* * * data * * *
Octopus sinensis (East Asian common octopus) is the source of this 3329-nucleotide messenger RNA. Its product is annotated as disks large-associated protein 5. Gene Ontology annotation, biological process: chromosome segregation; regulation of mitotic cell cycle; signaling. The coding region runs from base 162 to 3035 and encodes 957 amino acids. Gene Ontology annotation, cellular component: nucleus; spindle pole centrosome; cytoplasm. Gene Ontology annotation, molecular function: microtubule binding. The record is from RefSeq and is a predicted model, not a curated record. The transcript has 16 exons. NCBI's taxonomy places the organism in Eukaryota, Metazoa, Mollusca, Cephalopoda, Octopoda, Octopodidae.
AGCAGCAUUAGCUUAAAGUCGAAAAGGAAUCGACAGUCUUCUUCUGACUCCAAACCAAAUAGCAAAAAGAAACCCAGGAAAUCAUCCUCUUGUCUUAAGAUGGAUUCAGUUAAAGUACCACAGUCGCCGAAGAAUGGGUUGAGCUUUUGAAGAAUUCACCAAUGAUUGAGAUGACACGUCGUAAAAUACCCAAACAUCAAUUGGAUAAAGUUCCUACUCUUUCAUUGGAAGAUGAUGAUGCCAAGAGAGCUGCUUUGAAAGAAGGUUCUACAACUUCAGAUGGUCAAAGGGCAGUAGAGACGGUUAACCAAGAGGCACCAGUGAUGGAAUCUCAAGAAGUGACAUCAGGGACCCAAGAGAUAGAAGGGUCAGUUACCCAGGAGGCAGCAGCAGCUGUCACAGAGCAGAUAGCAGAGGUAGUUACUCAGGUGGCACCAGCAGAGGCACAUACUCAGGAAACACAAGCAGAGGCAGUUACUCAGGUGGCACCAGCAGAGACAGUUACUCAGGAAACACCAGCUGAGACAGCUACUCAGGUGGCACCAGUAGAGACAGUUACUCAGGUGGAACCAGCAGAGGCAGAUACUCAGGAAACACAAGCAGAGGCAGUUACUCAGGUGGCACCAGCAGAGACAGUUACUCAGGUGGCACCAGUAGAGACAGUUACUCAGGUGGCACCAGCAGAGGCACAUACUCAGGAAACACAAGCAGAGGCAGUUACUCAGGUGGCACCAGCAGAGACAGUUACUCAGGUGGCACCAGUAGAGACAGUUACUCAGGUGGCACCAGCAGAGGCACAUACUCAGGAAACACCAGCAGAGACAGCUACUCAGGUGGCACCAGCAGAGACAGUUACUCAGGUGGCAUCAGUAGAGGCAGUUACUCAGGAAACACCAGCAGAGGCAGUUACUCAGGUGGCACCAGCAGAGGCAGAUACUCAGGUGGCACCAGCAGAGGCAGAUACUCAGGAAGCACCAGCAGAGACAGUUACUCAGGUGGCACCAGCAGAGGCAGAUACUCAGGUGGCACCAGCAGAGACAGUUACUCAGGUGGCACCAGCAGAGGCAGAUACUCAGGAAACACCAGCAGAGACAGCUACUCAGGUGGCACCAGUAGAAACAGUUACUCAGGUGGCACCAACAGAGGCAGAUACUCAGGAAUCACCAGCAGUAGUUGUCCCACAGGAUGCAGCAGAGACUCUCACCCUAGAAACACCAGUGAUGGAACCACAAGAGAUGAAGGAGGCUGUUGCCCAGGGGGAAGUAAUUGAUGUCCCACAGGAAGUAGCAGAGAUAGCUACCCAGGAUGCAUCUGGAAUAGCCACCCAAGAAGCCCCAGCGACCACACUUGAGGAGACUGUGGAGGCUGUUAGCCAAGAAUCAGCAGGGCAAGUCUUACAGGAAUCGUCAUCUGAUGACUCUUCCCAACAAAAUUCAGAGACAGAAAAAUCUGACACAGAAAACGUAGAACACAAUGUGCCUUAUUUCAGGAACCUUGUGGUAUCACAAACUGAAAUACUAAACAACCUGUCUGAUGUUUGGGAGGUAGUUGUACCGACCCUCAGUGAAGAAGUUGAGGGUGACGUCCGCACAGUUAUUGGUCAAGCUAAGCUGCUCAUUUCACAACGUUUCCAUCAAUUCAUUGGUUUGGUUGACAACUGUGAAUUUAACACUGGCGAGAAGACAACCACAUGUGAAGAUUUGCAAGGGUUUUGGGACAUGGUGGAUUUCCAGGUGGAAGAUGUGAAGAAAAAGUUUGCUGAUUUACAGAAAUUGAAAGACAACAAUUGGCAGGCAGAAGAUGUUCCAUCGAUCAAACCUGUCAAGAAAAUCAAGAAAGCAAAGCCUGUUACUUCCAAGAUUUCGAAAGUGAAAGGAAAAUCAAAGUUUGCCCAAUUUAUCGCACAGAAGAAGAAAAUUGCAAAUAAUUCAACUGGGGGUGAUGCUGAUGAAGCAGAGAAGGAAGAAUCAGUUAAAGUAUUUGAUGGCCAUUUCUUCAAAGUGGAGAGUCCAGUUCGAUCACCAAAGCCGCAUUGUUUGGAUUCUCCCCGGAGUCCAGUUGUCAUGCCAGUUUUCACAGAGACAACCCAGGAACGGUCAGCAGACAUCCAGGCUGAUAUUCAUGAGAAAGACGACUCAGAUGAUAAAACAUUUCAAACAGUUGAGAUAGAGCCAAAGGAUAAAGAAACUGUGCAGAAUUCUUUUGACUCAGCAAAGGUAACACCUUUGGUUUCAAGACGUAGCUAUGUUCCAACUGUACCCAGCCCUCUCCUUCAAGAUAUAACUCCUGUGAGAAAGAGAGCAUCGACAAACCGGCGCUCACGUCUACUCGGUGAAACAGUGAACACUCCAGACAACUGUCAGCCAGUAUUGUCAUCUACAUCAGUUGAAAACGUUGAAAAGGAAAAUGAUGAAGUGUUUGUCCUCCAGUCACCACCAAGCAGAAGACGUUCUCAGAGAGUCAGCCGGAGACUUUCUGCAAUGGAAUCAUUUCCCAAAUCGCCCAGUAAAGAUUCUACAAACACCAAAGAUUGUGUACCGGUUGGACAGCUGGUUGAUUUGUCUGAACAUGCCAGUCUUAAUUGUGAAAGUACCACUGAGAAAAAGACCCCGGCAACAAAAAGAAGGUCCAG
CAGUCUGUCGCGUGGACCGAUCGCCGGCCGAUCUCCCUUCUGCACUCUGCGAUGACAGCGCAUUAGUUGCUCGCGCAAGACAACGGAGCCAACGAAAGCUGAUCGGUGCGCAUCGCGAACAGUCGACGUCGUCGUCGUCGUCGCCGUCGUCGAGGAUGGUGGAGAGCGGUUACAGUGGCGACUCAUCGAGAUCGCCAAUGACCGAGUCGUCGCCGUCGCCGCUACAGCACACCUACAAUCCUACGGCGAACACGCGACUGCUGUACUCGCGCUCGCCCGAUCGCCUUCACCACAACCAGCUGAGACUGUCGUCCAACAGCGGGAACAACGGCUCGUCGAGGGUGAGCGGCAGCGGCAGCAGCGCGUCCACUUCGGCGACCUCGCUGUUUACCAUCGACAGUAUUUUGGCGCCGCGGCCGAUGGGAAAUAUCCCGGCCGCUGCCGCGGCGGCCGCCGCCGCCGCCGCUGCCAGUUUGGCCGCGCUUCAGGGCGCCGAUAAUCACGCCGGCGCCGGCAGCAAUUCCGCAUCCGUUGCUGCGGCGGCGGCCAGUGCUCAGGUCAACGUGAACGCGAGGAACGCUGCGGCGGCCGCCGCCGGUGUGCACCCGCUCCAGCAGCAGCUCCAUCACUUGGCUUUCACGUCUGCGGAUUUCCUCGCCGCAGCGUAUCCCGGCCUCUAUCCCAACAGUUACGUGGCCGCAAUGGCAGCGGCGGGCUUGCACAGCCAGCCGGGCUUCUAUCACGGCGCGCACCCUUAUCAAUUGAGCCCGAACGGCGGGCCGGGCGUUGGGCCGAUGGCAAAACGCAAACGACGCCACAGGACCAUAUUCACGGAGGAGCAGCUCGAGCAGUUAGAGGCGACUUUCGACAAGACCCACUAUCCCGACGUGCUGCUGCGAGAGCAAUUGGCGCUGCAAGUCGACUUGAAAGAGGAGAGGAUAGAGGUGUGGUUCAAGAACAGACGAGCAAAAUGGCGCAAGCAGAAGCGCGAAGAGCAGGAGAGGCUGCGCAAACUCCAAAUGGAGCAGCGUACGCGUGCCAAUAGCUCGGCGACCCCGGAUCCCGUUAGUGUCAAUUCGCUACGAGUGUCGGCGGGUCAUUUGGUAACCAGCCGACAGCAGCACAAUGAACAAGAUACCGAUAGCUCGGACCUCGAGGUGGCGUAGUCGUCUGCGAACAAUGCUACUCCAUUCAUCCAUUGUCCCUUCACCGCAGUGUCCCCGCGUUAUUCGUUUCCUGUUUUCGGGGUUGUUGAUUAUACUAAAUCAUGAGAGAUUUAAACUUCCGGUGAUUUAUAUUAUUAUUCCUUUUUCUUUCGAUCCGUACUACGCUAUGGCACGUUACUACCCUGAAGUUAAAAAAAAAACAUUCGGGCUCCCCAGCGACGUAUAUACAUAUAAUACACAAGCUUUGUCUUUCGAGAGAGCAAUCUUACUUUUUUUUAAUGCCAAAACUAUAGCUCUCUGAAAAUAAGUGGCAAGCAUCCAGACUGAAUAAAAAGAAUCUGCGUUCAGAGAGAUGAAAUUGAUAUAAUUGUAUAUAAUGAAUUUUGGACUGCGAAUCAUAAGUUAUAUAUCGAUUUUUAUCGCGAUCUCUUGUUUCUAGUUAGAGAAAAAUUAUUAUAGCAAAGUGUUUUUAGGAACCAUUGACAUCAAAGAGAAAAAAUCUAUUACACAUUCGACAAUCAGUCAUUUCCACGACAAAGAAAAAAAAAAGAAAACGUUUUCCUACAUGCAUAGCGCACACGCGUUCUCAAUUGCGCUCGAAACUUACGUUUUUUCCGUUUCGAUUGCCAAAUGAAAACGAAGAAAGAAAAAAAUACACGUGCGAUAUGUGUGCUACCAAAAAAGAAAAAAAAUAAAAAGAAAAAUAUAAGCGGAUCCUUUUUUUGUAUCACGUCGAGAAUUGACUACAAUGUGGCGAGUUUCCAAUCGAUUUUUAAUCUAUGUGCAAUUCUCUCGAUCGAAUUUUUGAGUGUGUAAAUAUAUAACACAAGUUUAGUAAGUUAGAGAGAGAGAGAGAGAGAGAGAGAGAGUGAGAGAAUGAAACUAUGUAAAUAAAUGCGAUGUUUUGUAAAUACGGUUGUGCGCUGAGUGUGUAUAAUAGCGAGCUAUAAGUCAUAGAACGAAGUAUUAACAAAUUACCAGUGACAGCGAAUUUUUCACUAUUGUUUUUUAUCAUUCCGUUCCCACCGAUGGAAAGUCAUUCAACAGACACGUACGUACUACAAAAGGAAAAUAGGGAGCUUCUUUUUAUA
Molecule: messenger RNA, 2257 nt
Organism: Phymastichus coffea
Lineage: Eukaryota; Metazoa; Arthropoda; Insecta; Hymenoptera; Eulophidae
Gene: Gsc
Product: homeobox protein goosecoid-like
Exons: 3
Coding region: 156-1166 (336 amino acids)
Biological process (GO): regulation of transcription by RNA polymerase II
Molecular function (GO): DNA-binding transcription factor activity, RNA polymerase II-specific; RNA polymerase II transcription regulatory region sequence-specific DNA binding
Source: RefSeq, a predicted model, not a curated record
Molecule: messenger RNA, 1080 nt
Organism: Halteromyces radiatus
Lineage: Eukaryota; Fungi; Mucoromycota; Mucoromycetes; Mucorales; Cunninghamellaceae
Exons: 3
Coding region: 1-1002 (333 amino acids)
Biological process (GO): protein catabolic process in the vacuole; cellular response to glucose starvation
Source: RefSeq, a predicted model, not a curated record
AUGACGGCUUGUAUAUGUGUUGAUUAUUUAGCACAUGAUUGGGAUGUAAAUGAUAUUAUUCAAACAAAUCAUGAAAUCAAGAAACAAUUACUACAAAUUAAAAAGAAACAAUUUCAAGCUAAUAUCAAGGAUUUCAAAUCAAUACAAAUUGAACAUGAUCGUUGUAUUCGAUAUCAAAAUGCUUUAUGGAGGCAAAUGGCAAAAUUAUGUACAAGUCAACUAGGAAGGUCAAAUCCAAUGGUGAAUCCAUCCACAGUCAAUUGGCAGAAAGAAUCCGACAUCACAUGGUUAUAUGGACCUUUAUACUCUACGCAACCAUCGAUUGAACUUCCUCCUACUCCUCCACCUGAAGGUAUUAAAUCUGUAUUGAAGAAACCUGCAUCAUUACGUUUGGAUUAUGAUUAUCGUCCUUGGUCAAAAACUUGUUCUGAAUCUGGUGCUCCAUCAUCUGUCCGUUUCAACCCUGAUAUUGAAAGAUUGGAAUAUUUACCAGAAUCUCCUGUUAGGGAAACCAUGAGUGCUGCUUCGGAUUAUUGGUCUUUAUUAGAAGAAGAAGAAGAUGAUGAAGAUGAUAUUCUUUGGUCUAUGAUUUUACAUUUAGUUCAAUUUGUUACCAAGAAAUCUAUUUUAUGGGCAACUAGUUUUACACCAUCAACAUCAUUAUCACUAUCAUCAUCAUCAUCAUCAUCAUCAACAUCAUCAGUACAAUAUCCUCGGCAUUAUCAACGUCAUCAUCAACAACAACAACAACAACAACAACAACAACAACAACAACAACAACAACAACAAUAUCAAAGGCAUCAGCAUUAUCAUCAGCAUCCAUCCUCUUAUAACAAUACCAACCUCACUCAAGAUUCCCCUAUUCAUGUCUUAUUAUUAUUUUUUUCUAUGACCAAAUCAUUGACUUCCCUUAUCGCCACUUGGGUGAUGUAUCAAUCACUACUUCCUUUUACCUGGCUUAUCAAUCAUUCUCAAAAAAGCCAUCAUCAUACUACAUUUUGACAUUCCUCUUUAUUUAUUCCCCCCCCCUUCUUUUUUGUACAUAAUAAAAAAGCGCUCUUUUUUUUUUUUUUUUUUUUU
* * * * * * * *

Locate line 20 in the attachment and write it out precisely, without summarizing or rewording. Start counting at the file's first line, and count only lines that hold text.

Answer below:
Source: RefSeq, a predicted model, not a curated record